Types S and SA are differentiated from Types N and NA principally by the unhydrated oxide content and their water retention value. Type S must meet a water retention value of 85%, while Type N hydrate lime must have a water retention value of 75%. No distinction is made based on the nature and source of limestone.
The maximum air content of cement-lime mortar made with Types NA and SA is 14%; with Types N or S lime, 7%.
Q: Is aglime the same as lime?
A: The term agricultural lime, or "aglime," usually refers to crushed limestone. Limestone (calcium carbonate) is not the same as hydrated lime (calcium hydroxide).
Q: Do you have a listing of the specifications for lime in various industrial uses?
A: A complete list of standards is available at Lime Standards
Q: What procedures should I use to test lime?
A: ASTM has Standard Methods for testing chemical (C25) and physical (C110) properties. These standards can be purchased directly from ASTM at www.astm.org.
Q: Do you have technical advice on how to design lime storage and conveyance systems? What type of lime handling equipment should I buy?
A: NLA’s "Lime Handling, Application & Storage" publication includes information on the handling and storage of lime, equipment for application of lime, lime slaking and slurry handling, and factors affecting the selection of lime.
Contact your lime supplier for more specific technical assistance and advice on equipment vendors.
Q: Are there any handling or safety precautions that workers should follow?
A: Please see "Fact Sheet: Lime Safety Precautions."
Q: What regulations apply to transporting lime?
A: Lime is generally not regulated as a hazardous chemical when transported. The one exception is airborne shipments of quicklime. A fact sheet on shipment of quicklime by air is available.
Q: How much lime should I use to stabilize soils?
Q: Can’t lime be used to dry up mud—for short-term soil modification to expedite construction?
A: Yes, a fact sheet on using lime to dry up mud called “Lime Dries Up Mud” is available.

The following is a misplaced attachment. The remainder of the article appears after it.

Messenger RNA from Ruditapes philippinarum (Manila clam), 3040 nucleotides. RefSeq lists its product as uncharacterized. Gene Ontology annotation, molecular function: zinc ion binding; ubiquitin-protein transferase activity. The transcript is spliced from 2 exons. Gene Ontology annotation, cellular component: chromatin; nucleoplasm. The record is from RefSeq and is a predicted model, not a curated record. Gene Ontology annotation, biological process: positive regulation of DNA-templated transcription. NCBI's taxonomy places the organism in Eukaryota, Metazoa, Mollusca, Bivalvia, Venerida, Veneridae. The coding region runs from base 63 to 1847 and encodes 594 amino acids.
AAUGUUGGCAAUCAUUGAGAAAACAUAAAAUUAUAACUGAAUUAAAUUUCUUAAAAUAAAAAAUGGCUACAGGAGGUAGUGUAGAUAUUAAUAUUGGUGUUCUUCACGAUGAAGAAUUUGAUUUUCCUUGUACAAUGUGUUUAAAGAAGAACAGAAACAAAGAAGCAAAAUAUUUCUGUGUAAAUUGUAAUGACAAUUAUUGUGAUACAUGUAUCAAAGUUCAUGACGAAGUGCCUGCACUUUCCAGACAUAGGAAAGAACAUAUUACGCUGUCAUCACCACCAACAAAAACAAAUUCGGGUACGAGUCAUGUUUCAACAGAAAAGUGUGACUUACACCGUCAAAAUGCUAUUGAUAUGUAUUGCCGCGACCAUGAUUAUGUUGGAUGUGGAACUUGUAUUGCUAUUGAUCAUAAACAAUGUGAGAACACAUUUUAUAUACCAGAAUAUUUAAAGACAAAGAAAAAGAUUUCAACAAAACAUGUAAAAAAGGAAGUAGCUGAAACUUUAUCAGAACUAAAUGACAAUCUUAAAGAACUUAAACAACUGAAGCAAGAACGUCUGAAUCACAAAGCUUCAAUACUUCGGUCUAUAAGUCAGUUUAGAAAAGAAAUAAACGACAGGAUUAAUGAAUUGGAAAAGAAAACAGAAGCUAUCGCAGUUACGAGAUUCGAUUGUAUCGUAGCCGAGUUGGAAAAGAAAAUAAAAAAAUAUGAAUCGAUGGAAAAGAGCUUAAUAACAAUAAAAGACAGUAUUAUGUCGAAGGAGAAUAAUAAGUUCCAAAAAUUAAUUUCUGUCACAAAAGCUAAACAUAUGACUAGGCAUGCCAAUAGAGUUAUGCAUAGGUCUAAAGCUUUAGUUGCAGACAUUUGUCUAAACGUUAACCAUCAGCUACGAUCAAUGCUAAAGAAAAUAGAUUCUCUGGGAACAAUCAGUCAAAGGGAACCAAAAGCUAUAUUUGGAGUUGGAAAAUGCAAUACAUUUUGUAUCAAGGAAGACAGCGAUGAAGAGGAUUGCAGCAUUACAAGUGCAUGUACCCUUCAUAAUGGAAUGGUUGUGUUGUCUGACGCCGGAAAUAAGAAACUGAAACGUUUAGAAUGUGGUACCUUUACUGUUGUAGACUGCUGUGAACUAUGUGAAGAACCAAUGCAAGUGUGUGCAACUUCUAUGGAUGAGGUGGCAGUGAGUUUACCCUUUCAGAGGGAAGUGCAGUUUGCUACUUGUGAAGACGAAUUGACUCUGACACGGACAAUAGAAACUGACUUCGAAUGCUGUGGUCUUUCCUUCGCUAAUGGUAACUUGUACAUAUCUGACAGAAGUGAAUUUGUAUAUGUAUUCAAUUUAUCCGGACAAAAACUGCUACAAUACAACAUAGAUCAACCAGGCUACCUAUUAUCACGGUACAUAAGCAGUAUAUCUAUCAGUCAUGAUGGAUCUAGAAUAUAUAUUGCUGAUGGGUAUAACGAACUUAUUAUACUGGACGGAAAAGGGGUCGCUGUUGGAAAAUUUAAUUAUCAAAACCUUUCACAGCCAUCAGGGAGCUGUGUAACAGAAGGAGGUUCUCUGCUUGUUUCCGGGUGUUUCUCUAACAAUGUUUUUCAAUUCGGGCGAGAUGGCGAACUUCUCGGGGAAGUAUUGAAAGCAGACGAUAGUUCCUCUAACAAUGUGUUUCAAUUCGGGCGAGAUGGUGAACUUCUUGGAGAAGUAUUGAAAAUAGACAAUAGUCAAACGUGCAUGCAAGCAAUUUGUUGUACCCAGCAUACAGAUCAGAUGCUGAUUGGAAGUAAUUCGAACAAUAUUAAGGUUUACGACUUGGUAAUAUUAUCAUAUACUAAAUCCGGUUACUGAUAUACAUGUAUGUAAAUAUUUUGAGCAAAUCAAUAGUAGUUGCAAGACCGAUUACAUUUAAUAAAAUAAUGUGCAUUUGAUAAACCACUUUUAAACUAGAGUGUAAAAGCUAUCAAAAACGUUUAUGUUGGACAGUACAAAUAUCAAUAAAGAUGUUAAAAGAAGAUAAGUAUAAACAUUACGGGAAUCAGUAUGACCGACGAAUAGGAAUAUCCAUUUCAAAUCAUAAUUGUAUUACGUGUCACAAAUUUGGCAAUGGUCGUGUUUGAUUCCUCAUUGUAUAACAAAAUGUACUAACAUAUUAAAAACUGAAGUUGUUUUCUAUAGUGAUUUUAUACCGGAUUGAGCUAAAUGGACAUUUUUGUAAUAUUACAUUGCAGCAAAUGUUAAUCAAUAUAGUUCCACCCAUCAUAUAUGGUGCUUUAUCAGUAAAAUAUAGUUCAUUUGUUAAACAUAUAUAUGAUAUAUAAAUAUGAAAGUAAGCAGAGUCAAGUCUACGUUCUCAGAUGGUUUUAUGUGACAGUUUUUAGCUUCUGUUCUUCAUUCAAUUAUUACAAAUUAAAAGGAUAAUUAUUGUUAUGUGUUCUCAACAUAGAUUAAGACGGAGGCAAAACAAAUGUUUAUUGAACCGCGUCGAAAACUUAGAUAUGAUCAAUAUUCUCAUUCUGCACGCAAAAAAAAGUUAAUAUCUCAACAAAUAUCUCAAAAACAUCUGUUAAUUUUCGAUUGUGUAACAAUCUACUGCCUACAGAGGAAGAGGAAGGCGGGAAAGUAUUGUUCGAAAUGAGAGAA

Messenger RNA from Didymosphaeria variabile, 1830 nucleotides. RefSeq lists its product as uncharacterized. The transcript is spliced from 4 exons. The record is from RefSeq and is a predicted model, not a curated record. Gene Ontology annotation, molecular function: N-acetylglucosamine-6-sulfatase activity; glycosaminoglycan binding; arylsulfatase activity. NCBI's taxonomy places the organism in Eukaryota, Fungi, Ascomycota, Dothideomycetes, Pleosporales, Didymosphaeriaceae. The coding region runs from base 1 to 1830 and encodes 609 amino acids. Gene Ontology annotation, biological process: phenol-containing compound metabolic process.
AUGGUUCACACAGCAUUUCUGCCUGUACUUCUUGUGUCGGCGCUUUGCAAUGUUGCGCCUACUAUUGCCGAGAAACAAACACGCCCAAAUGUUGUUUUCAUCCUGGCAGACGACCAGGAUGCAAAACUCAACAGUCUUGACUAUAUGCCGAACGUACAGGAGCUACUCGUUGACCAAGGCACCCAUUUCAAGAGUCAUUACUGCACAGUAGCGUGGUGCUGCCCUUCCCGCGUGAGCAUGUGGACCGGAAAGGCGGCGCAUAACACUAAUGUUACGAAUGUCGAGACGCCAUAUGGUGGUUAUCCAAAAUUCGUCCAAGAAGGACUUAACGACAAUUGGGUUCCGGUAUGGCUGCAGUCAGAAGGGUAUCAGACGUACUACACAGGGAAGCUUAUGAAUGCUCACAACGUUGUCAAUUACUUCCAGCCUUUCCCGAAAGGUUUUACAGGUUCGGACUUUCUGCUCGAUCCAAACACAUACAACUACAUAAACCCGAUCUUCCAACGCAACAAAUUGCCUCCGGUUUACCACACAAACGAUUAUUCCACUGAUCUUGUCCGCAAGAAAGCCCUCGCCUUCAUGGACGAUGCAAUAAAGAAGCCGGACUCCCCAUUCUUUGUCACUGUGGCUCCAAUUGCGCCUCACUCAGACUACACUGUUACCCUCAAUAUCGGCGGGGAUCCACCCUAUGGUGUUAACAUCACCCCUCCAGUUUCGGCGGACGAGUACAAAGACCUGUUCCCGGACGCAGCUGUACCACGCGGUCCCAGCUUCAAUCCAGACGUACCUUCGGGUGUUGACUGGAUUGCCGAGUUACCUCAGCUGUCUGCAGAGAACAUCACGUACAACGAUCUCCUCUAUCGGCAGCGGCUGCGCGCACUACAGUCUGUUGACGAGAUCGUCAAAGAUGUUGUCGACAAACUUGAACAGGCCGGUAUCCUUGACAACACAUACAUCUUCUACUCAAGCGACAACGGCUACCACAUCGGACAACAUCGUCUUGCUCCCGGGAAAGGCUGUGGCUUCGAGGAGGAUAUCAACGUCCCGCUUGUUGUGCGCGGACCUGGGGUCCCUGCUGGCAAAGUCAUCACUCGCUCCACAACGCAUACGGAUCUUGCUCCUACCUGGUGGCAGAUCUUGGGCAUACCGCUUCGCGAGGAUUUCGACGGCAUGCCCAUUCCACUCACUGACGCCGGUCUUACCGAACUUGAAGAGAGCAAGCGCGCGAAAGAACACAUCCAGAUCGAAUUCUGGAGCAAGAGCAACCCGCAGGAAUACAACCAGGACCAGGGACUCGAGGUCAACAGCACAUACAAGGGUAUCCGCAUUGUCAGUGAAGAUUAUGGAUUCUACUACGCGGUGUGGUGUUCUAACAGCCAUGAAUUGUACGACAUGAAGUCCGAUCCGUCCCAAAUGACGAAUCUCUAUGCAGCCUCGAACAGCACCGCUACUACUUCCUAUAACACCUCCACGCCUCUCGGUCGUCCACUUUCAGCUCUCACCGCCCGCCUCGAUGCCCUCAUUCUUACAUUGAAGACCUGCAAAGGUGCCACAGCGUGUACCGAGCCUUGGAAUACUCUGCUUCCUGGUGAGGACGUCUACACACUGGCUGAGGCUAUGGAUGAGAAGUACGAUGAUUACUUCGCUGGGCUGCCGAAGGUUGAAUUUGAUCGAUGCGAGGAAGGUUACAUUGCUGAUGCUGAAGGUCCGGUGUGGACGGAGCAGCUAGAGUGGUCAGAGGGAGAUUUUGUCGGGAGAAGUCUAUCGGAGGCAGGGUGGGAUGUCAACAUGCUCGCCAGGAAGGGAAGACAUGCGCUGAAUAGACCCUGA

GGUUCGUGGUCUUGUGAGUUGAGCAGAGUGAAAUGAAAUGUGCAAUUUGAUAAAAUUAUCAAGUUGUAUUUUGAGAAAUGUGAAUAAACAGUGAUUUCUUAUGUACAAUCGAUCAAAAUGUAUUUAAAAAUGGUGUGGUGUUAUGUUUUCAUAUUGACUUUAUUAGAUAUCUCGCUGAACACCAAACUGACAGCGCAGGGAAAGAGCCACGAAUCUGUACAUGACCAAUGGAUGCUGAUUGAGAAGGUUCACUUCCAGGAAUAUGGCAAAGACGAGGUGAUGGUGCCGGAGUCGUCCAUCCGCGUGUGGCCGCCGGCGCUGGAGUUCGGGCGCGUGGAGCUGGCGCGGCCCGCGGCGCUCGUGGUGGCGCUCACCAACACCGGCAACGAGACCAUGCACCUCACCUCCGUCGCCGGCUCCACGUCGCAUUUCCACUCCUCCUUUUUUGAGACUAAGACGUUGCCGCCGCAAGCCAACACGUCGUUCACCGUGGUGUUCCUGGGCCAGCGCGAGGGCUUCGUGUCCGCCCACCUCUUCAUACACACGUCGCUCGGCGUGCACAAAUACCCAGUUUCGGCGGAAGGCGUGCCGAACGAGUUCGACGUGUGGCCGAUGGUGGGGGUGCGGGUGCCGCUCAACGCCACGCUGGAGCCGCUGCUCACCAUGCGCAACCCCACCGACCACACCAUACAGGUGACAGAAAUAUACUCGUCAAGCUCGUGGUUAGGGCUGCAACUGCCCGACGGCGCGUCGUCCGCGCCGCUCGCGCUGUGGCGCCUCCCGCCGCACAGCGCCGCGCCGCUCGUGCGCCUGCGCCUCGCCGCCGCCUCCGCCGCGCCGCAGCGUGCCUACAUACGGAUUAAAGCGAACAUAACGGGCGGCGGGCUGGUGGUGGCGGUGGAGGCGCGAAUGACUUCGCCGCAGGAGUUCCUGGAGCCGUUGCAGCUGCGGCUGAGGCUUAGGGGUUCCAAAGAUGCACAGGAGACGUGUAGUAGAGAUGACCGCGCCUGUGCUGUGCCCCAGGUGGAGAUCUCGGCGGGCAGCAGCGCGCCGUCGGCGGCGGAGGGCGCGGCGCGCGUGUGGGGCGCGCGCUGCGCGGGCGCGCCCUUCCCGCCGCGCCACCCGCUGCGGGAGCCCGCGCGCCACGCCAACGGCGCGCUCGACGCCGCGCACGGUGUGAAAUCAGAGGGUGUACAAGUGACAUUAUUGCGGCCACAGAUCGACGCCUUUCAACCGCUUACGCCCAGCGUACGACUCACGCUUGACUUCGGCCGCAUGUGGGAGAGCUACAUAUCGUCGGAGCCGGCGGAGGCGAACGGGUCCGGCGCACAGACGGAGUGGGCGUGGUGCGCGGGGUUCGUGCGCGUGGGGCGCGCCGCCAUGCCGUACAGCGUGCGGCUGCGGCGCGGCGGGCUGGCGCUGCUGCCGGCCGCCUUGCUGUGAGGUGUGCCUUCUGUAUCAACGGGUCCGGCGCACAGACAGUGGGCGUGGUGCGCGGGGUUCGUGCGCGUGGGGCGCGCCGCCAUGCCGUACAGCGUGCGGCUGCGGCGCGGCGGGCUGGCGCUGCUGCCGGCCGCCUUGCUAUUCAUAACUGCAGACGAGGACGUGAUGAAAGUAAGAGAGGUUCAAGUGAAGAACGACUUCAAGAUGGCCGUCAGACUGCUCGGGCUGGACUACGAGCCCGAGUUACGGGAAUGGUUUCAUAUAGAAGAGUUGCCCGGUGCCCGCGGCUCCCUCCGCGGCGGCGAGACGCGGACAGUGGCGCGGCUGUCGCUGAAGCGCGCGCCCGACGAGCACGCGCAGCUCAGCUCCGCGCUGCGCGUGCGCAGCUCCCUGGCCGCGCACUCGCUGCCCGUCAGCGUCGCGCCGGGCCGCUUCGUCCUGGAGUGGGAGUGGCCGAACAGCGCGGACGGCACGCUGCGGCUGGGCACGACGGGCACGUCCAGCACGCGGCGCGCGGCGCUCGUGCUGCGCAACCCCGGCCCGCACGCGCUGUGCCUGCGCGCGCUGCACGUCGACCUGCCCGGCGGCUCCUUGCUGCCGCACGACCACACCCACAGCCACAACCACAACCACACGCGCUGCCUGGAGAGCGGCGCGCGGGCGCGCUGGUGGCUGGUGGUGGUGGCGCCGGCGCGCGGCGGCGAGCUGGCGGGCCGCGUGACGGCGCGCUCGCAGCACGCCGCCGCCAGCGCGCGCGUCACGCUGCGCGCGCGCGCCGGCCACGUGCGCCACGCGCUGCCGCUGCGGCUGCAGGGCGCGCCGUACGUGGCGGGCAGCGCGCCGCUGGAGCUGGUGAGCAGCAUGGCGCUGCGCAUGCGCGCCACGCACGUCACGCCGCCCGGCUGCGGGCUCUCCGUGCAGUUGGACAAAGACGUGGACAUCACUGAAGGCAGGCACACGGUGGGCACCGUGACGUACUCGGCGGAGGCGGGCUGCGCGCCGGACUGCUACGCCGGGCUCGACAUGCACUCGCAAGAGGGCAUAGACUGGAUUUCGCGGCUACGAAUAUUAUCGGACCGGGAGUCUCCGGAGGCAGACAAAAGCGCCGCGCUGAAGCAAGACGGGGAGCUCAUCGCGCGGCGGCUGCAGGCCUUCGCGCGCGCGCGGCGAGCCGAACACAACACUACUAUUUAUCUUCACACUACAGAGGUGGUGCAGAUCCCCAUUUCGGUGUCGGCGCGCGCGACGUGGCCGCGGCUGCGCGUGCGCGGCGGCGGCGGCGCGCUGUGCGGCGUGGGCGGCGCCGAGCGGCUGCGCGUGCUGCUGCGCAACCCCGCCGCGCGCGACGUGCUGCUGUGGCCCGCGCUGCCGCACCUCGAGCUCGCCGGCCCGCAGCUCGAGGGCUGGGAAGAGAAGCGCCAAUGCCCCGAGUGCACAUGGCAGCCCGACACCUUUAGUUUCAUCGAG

Q: How much lime should I use on my garden?
A: Hydrated lime can be used to raise the pH of acidic soils. This is also referred to as soil "sweetening." Hydrated lime is available from garden centers and should be applied in the amounts and using the procedures recommended on the packaging.
Q: Where can I obtain lime?
A: A list of U.S. and Canadian lime suppliers by state/province is available under Find a Lime Plant.
Q: Where can I obtain food grade lime?
A: We are aware of one company that makes food grade lime: Mississippi Lime (www.mississippilime.com).
Q: Where can I obtain lime for masonry and other building applications?
A: Building lime can be obtained from Carmeuse, Graymont, Lhoist North America, and Mississippi Lime.
Q: How do I use lime to make whitewash?
A: NLA has no current publications that address whitewash. Other references include:
- P. Mold & R. Godbey. "Limewash - Compatible Coverings for Masonry & Stucco." 2005, International Building Lime Symposium Proceedings (ISBN 0-9767621-0-2).
- R. Bennett. "The Use of Limewash as a Decorative and Protective Coating." The Building Conservation Directory, 1997, pp. 136-137.
- [British] Quarry Products Association (formerly the British Quarry and Slag Federation). "Lime in Building." 1974.
If you have a question concerning lime, please e-mail us or contact us at (703) 243-5463 ext. 226.